Statistics from Altmetric.com
A 33-year-old gravida 0 woman with a 15-month history of involuntary infertility presented to the office for an infertility consultation. Her menstrual history was unremarkable. Her hysterosalpingogram and ovarian reserve testing was normal. Her partner’s semen analysis was within normal limits. She was diagnosed with unexplained infertility and underwent four clomiphene citrate-intrauterine insemination cycles; however, none of these cycles resulted in a pregnancy. She subsequently underwent in vitro fertilisation (IVF) with preimplantation genetic testing of embryos for aneuploidy (PGT-A).
A single euploid blastocyst was transferred in a leuprolide acetate-based programmed frozen embryo cycle (figure 1A). The embryo transfer occurred 6 months after the IVF cycle and 8 months after the last clomiphene citrate-intrauterine insemination cycle. Her serum β-human chorionic gonadotropin level 10 days after the embryo transfer was 203 mIU/mL. Transvaginal ultrasonography on cycle day 35 showed a single intrauterine gestational sac (figure 1B). Transvaginal ultrasonography was repeated in 10 days due to symptoms of vaginal bleeding and cramping. Two distinct gestational sacs were noted, each with a small fetal pole (figure 2). Cardiac activity was noted in both fetal poles (89 beats/min and 109 beats/min). She remained asymptomatic for the next 2 weeks. Her final transvaginal ultrasonogram at cycle day 59 (8 weeks and 2 days) demonstrated two gestational sacs, both with fetal poles. However, one fetal pole was smaller (crown-rump length of 5.23 mm, 6 weeks and 2 days) and without cardiac activity (figure 3A). The second fetal pole’s crown-rump length measurement of 17.59 mm (8 weeks and 2 days) was consistent with the actual gestational age (figure 3B). This fetal pole also had cardiac cavity of 167 beats/min. The smaller fetal pole was not visualised during later obstetric ultrasonograms. The patient delivered a healthy female singleton weighing 2255 g at 37 weeks of gestation.
The current case highlights monozygotic twinning after a single blastocyst transfer and subsequent vanishing of one twin. Dizygotic twinning is more common in pregnancies conceived via IVF, primarily due to the transfer of multiple embryos. However, recent studies have noted an increased risk of monozygotic twinning in IVF pregnancies when compared with the general population, even in the setting of single embryo transfers. A 2015 study evaluated 28 596 pregnancies after single embryo transfers between 2003 and 2012 and reported an overall incidence of 2.24% for monozygotic twinning.1 The study also suggested a higher incidence of monozygotic twinning with blastocyst transfers compared with cleavage-stage embryos. An independent study of 937 848 single embryo transfers in Japan indicated that frozen embryo cycles and blastocyst transfers were independently associated with monozygotic twinning.2 While vanishing twins occur in up to 12.6% of IVF pregnancies, it is currently unknown whether PGT-A independently increases monozygotic twinning or vanishing twins in single blastocyst transfers.3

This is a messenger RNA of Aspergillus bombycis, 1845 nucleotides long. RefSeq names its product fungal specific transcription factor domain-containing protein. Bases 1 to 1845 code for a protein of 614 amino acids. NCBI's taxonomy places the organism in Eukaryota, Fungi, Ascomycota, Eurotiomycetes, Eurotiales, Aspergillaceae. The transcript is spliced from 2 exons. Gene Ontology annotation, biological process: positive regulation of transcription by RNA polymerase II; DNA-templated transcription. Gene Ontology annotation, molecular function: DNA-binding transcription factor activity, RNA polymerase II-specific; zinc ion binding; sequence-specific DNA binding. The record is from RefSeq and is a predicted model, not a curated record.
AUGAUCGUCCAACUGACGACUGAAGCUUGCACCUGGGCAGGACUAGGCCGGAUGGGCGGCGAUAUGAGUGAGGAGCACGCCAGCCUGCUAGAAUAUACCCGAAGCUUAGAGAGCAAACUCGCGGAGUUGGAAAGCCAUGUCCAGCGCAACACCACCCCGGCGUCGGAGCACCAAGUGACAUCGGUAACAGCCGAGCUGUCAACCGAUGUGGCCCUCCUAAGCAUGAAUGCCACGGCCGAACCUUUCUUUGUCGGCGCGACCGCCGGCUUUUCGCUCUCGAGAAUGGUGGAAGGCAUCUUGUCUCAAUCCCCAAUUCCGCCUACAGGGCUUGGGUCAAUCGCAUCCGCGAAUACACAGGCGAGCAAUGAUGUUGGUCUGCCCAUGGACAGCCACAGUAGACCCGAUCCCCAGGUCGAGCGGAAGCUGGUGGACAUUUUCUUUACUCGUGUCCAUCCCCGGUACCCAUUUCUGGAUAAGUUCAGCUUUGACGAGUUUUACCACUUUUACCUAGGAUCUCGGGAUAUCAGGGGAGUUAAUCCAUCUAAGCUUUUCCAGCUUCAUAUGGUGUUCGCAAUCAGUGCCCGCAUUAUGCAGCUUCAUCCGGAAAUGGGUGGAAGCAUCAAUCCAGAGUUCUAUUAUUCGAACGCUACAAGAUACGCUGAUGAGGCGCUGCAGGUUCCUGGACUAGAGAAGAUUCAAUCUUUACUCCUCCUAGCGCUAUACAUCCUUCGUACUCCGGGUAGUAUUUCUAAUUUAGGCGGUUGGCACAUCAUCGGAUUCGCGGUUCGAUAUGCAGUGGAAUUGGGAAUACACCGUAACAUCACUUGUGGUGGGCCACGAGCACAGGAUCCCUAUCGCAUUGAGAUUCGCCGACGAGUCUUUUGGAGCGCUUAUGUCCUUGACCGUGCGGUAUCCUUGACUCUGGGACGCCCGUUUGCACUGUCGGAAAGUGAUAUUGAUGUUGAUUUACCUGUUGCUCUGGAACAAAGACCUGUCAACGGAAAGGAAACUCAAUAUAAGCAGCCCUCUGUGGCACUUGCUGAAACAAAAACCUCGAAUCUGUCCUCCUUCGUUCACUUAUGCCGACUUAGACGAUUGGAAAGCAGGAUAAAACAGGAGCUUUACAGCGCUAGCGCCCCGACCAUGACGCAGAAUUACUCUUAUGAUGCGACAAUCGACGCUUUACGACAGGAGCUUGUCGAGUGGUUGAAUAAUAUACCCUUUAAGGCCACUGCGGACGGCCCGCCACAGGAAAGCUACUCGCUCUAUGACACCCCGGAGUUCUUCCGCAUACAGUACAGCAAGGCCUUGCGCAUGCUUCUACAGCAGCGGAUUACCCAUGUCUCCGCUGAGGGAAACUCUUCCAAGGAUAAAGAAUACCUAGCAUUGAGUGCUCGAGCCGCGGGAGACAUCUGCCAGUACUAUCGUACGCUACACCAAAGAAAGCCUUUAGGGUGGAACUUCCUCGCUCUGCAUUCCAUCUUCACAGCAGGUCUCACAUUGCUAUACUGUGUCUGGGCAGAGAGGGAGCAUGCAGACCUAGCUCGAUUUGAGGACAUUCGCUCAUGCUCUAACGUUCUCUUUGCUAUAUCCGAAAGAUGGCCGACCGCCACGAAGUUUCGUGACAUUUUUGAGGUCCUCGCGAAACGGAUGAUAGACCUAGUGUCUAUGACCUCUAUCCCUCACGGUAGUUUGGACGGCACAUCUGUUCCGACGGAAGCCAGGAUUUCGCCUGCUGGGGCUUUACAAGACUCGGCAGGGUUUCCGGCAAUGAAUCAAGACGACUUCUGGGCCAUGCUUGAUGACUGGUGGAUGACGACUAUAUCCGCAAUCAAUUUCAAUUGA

It is also important to acknowledge the possibility of multiple pregnancies in single embryo transfer cycles due to concomitant natural conception. Spontaneous ovulation due to possible bioaccumulation of clomiphene citrate or gonadotropins with unprotected intercourse during an IVF or frozen embryo treatment cycle may result in unexpected multiple pregnancies. This scenario is highly unlikely in the current case given that the patient was treated with leuprolide acetate to suppress natural ovulation.
Informed consent was obtained from the patient for the publication of this report.
My case shows identical twinning even after transferring a single embryo.
Monozygotic twinning occurs more frequently in in vitro fertilisation pregnancies when compared with the general population.
Single embryo transfer at blastocyst stage and frozen embryo cycles are independently associated with monozygotic twinning.
Contributors NS and CN: manuscript preparation and literature search. NP: patient’s clinical care, manuscript.
Funding The authors have not declared a specific grant for this research from any funding agency in the public, commercial or not-for-profit sectors.
Competing interests None declared.
Patient consent for publication Obtained.
Provenance and peer review Not commissioned; externally peer reviewed.
If you wish to reuse any or all of this article please use the link below which will take you to the Copyright Clearance Center’s RightsLink service. You will be able to get a quick price and instant permission to reuse the content in many different ways.